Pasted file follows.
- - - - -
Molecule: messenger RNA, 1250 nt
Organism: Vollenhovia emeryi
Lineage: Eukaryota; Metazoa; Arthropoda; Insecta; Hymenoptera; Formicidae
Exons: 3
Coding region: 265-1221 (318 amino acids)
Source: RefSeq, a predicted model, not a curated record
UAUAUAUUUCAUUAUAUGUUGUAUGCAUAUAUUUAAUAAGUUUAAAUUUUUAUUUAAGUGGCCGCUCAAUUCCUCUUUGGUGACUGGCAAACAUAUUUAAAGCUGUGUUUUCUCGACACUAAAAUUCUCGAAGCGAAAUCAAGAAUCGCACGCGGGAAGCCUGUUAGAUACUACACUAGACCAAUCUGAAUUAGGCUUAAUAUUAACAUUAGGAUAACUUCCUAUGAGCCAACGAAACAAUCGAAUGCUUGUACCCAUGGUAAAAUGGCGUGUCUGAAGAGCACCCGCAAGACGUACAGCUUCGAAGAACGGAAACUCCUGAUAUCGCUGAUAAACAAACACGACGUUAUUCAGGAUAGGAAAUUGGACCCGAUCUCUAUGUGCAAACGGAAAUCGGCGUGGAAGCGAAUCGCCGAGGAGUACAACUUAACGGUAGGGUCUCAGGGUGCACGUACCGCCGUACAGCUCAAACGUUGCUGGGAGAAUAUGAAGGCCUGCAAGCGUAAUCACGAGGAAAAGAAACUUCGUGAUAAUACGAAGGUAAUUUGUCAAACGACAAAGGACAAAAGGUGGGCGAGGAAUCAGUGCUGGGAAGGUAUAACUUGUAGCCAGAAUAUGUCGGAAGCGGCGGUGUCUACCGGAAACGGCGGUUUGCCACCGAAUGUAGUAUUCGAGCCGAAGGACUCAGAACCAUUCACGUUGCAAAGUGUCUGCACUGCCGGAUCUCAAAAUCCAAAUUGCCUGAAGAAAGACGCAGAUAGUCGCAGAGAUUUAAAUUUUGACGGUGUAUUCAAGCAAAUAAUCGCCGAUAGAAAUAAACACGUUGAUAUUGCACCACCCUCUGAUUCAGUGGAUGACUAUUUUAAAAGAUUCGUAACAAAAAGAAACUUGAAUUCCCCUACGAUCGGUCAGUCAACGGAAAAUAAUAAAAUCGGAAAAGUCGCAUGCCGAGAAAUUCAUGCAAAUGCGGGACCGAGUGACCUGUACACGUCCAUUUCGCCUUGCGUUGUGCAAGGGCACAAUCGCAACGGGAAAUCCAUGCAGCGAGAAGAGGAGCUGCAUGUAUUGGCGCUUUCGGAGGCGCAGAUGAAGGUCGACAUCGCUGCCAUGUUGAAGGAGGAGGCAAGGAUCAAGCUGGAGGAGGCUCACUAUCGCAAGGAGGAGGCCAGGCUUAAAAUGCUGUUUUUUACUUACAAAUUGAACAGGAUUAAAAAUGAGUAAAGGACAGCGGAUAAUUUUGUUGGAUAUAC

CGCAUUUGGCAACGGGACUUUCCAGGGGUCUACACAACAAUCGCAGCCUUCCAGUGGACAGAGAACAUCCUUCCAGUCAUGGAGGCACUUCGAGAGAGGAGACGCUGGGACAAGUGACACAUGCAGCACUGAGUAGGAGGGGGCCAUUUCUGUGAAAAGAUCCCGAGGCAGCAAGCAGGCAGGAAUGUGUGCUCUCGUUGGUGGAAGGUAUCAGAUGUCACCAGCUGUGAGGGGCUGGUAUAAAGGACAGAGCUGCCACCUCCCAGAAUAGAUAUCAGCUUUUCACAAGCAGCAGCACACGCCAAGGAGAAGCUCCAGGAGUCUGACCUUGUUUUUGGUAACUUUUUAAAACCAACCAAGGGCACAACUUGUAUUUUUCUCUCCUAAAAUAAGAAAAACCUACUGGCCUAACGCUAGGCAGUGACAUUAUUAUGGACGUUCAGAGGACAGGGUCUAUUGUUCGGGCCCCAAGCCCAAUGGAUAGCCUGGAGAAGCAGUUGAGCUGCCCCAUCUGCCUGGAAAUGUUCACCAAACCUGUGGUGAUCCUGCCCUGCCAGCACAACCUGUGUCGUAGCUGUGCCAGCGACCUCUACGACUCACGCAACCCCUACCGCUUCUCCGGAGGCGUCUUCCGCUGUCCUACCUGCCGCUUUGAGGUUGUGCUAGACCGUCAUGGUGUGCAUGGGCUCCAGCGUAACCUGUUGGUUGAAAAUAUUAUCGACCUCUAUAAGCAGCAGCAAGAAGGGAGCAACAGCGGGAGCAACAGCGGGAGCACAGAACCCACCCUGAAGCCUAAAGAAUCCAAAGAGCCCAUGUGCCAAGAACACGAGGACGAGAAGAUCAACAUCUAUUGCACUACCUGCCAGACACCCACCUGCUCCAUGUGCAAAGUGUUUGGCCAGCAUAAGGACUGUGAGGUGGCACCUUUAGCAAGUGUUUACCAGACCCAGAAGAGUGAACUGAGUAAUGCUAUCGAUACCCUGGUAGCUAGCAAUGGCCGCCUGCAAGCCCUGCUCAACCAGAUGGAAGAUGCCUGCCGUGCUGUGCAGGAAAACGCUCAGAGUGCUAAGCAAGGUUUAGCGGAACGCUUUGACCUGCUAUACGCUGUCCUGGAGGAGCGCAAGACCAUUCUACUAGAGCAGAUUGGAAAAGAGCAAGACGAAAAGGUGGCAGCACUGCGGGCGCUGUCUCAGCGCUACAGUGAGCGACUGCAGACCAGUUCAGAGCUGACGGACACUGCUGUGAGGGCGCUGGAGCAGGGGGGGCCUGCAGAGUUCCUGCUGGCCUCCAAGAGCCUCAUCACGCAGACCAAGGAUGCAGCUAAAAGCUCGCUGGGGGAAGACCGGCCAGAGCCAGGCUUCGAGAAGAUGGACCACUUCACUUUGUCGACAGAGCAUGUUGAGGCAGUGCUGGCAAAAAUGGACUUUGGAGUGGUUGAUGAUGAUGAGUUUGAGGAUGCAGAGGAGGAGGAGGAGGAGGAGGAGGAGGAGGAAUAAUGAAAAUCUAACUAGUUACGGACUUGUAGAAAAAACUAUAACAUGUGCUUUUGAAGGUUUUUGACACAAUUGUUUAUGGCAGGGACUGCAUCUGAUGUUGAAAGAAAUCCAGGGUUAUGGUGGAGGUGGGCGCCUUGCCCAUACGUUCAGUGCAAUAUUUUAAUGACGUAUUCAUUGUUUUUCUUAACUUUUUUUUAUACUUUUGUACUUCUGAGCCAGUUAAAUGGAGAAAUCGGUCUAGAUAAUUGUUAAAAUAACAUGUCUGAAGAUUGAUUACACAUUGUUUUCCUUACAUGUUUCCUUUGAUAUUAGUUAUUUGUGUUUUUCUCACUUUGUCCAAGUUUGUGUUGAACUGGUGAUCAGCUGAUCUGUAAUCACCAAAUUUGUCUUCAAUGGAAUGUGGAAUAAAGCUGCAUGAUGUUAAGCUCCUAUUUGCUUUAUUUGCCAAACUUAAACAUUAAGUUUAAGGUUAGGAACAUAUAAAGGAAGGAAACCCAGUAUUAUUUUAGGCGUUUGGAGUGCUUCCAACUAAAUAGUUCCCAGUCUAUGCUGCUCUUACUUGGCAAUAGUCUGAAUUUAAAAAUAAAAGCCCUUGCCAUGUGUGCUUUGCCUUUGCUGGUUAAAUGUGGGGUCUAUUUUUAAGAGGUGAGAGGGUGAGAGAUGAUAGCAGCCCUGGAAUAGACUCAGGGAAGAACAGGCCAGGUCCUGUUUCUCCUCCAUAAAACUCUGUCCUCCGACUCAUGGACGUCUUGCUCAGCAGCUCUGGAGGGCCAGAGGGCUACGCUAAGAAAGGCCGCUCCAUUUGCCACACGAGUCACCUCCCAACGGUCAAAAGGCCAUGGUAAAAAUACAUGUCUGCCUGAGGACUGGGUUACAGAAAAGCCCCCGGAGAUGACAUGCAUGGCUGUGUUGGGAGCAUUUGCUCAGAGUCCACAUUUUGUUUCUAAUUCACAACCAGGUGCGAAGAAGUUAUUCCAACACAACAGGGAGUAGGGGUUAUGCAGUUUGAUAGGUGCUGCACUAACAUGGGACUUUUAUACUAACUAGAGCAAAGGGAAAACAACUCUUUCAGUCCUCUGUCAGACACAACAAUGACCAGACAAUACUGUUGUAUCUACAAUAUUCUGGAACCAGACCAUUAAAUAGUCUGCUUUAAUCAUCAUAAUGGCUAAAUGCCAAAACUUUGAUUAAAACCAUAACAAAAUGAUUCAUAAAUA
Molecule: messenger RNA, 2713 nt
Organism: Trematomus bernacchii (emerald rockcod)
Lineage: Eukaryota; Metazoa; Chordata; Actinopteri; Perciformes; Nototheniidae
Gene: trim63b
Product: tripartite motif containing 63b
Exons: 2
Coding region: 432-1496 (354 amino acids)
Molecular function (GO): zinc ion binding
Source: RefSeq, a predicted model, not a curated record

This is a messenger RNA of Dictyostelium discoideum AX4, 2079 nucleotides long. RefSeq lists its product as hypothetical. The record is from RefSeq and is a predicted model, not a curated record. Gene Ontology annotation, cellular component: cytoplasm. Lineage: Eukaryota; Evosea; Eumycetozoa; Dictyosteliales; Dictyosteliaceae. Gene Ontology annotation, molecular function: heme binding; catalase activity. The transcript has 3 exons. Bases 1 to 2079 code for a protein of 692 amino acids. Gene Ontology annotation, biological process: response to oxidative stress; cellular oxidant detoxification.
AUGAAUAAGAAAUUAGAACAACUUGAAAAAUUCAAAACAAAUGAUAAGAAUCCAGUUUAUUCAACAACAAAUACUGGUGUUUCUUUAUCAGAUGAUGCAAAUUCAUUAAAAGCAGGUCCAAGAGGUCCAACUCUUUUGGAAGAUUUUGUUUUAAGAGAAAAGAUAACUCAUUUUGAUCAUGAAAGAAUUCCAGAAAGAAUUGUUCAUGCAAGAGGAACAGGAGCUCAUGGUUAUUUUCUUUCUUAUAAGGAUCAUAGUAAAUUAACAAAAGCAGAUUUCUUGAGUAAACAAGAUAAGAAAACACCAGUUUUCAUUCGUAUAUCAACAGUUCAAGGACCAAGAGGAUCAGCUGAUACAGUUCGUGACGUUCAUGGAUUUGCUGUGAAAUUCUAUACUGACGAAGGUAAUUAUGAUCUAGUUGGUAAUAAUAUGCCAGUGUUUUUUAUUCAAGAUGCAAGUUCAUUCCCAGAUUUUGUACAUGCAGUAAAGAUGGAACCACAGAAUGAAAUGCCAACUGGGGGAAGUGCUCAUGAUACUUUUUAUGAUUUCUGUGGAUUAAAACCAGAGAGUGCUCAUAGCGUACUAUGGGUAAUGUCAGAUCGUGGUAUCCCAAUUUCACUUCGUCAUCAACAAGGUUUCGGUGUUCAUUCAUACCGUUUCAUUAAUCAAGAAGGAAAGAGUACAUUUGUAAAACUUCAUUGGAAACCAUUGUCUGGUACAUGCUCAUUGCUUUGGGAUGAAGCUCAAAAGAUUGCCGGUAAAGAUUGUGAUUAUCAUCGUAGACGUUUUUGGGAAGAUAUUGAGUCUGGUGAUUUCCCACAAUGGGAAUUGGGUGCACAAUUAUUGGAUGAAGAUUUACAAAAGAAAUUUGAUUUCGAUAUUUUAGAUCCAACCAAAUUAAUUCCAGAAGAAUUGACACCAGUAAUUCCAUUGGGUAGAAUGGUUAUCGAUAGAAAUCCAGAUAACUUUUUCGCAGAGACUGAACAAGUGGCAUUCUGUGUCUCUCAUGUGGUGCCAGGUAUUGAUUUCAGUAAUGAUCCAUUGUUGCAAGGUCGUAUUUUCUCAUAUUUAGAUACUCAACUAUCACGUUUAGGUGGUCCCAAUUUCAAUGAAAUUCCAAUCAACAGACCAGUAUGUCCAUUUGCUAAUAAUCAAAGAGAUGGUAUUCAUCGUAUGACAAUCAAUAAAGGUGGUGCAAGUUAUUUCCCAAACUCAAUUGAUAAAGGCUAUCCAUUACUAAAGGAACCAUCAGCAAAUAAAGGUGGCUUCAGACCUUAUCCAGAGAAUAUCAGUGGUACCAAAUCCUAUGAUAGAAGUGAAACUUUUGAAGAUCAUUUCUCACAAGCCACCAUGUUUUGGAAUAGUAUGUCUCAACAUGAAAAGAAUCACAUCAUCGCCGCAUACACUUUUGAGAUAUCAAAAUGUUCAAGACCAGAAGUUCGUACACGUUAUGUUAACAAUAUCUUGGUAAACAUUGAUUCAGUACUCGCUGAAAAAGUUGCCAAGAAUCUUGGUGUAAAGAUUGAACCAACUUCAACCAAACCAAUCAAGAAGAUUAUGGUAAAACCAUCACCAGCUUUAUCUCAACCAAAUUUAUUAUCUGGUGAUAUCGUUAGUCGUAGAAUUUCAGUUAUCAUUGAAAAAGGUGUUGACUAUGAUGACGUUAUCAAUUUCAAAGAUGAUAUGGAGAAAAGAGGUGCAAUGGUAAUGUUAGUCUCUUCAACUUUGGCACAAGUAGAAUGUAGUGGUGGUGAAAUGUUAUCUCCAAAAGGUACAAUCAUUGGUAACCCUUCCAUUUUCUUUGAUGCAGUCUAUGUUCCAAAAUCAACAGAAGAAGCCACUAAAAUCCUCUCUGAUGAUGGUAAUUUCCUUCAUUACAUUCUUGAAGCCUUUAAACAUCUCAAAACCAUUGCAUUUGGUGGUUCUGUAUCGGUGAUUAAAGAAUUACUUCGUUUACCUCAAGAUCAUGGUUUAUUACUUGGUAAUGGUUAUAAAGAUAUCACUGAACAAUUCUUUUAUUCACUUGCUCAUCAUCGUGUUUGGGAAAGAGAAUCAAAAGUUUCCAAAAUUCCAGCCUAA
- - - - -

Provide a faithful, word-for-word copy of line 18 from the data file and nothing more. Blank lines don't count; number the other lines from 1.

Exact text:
This is a messenger RNA of Dictyostelium discoideum AX4, 2079 nucleotides long. RefSeq lists its product as hypothetical. The record is from RefSeq and is a predicted model, not a curated record. Gene Ontology annotation, cellular component: cytoplasm. Lineage: Eukaryota; Evosea; Eumycetozoa; Dictyosteliales; Dictyosteliaceae. Gene Ontology annotation, molecular function: heme binding; catalase activity. The transcript has 3 exons. Bases 1 to 2079 code for a protein of 692 amino acids. Gene Ontology annotation, biological process: response to oxidative stress; cellular oxidant detoxification.